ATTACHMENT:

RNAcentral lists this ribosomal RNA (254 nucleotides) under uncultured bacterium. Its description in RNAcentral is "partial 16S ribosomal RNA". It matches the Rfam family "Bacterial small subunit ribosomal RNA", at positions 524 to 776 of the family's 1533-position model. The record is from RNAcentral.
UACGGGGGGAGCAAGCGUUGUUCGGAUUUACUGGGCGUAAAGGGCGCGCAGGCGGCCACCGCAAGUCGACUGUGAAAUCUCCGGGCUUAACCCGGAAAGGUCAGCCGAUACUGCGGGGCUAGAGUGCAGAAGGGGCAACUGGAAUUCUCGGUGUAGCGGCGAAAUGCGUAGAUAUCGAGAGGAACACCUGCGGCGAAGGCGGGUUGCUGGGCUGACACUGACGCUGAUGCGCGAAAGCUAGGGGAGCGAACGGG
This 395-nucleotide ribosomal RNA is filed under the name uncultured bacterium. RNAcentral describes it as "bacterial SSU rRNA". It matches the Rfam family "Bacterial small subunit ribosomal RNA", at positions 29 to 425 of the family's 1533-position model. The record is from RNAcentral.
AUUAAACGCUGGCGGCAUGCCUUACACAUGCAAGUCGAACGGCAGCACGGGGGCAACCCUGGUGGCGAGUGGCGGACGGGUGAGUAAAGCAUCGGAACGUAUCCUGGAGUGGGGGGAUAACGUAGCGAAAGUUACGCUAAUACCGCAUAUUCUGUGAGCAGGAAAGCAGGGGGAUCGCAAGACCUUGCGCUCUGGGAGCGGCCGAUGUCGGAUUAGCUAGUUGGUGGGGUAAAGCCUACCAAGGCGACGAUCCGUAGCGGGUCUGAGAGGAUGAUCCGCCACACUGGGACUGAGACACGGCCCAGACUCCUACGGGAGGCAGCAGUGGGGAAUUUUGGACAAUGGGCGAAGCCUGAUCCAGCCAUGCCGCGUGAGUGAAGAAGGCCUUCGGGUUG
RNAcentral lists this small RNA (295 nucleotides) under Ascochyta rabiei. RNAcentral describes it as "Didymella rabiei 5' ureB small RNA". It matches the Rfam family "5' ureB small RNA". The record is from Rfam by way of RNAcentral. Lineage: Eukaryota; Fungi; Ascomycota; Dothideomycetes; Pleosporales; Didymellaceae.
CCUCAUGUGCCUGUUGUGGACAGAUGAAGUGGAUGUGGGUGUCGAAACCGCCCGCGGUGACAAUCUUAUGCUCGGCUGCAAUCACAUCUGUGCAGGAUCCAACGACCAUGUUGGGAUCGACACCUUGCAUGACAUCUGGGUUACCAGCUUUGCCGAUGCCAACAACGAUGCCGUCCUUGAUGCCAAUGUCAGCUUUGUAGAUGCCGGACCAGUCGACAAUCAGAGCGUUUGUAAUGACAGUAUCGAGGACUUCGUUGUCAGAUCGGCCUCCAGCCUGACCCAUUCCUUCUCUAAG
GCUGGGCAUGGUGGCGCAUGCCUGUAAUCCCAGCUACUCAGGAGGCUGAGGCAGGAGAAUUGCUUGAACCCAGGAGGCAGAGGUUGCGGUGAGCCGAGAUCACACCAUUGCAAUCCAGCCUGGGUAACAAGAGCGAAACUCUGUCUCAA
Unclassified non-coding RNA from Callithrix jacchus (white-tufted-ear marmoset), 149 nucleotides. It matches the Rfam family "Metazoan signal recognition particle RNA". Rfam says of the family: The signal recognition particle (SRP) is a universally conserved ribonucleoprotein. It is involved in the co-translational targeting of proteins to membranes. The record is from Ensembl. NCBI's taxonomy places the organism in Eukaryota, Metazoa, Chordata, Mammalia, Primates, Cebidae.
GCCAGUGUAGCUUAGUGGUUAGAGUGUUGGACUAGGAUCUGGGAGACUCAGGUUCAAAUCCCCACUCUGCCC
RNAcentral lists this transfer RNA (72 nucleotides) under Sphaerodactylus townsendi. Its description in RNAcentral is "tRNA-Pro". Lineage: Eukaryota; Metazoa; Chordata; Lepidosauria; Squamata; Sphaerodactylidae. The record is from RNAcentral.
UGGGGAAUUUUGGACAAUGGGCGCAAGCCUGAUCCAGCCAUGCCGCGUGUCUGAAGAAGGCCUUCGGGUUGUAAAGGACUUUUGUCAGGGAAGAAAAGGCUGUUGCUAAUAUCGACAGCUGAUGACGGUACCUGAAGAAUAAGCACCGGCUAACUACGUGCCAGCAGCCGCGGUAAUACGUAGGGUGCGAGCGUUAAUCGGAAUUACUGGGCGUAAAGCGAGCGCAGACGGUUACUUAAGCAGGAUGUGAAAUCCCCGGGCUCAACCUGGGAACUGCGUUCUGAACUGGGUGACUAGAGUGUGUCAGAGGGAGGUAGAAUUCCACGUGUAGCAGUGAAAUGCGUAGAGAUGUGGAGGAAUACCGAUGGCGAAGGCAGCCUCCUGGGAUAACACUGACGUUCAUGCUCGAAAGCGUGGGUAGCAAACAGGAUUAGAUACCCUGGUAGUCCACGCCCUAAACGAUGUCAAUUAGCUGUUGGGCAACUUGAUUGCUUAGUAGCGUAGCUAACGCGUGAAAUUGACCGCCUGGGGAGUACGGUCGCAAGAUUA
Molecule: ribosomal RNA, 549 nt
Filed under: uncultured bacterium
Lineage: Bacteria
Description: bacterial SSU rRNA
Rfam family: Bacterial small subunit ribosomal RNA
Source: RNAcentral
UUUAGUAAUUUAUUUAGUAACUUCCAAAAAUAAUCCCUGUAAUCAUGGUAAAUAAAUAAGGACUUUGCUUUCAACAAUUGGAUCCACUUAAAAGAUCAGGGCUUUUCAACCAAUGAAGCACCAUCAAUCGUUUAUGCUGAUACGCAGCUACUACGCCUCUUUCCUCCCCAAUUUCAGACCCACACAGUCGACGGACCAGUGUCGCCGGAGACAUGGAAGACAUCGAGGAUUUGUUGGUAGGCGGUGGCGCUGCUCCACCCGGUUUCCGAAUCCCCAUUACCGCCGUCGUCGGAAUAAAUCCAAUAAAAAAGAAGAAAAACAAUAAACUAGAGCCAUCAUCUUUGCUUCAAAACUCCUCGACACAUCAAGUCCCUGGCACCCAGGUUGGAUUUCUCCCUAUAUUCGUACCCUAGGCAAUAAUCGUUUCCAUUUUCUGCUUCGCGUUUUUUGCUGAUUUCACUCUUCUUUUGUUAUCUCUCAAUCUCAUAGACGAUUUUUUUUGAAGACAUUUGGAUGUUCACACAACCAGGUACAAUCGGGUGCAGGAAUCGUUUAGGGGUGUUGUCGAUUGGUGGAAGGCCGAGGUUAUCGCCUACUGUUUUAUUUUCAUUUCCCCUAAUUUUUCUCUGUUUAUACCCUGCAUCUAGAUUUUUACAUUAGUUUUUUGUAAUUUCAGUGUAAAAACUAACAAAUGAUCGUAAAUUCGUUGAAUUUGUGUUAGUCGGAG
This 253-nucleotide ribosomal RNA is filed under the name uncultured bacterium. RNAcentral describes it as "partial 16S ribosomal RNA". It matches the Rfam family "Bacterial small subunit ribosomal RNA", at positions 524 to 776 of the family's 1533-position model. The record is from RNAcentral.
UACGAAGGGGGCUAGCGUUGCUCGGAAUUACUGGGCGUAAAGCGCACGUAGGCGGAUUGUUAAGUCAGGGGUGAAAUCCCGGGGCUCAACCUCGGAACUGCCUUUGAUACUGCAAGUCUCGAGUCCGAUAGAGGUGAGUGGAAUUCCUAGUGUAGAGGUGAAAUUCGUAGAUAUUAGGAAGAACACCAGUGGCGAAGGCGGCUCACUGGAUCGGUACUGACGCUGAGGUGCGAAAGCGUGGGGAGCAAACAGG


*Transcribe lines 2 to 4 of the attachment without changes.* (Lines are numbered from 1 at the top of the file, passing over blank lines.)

UACGGGGGGAGCAAGCGUUGUUCGGAUUUACUGGGCGUAAAGGGCGCGCAGGCGGCCACCGCAAGUCGACUGUGAAAUCUCCGGGCUUAACCCGGAAAGGUCAGCCGAUACUGCGGGGCUAGAGUGCAGAAGGGGCAACUGGAAUUCUCGGUGUAGCGGCGAAAUGCGUAGAUAUCGAGAGGAACACCUGCGGCGAAGGCGGGUUGCUGGGCUGACACUGACGCUGAUGCGCGAAAGCUAGGGGAGCGAACGGG
This 395-nucleotide ribosomal RNA is filed under the name uncultured bacterium. RNAcentral describes it as "bacterial SSU rRNA". It matches the Rfam family "Bacterial small subunit ribosomal RNA", at positions 29 to 425 of the family's 1533-position model. The record is from RNAcentral.
AUUAAACGCUGGCGGCAUGCCUUACACAUGCAAGUCGAACGGCAGCACGGGGGCAACCCUGGUGGCGAGUGGCGGACGGGUGAGUAAAGCAUCGGAACGUAUCCUGGAGUGGGGGGAUAACGUAGCGAAAGUUACGCUAAUACCGCAUAUUCUGUGAGCAGGAAAGCAGGGGGAUCGCAAGACCUUGCGCUCUGGGAGCGGCCGAUGUCGGAUUAGCUAGUUGGUGGGGUAAAGCCUACCAAGGCGACGAUCCGUAGCGGGUCUGAGAGGAUGAUCCGCCACACUGGGACUGAGACACGGCCCAGACUCCUACGGGAGGCAGCAGUGGGGAAUUUUGGACAAUGGGCGAAGCCUGAUCCAGCCAUGCCGCGUGAGUGAAGAAGGCCUUCGGGUUG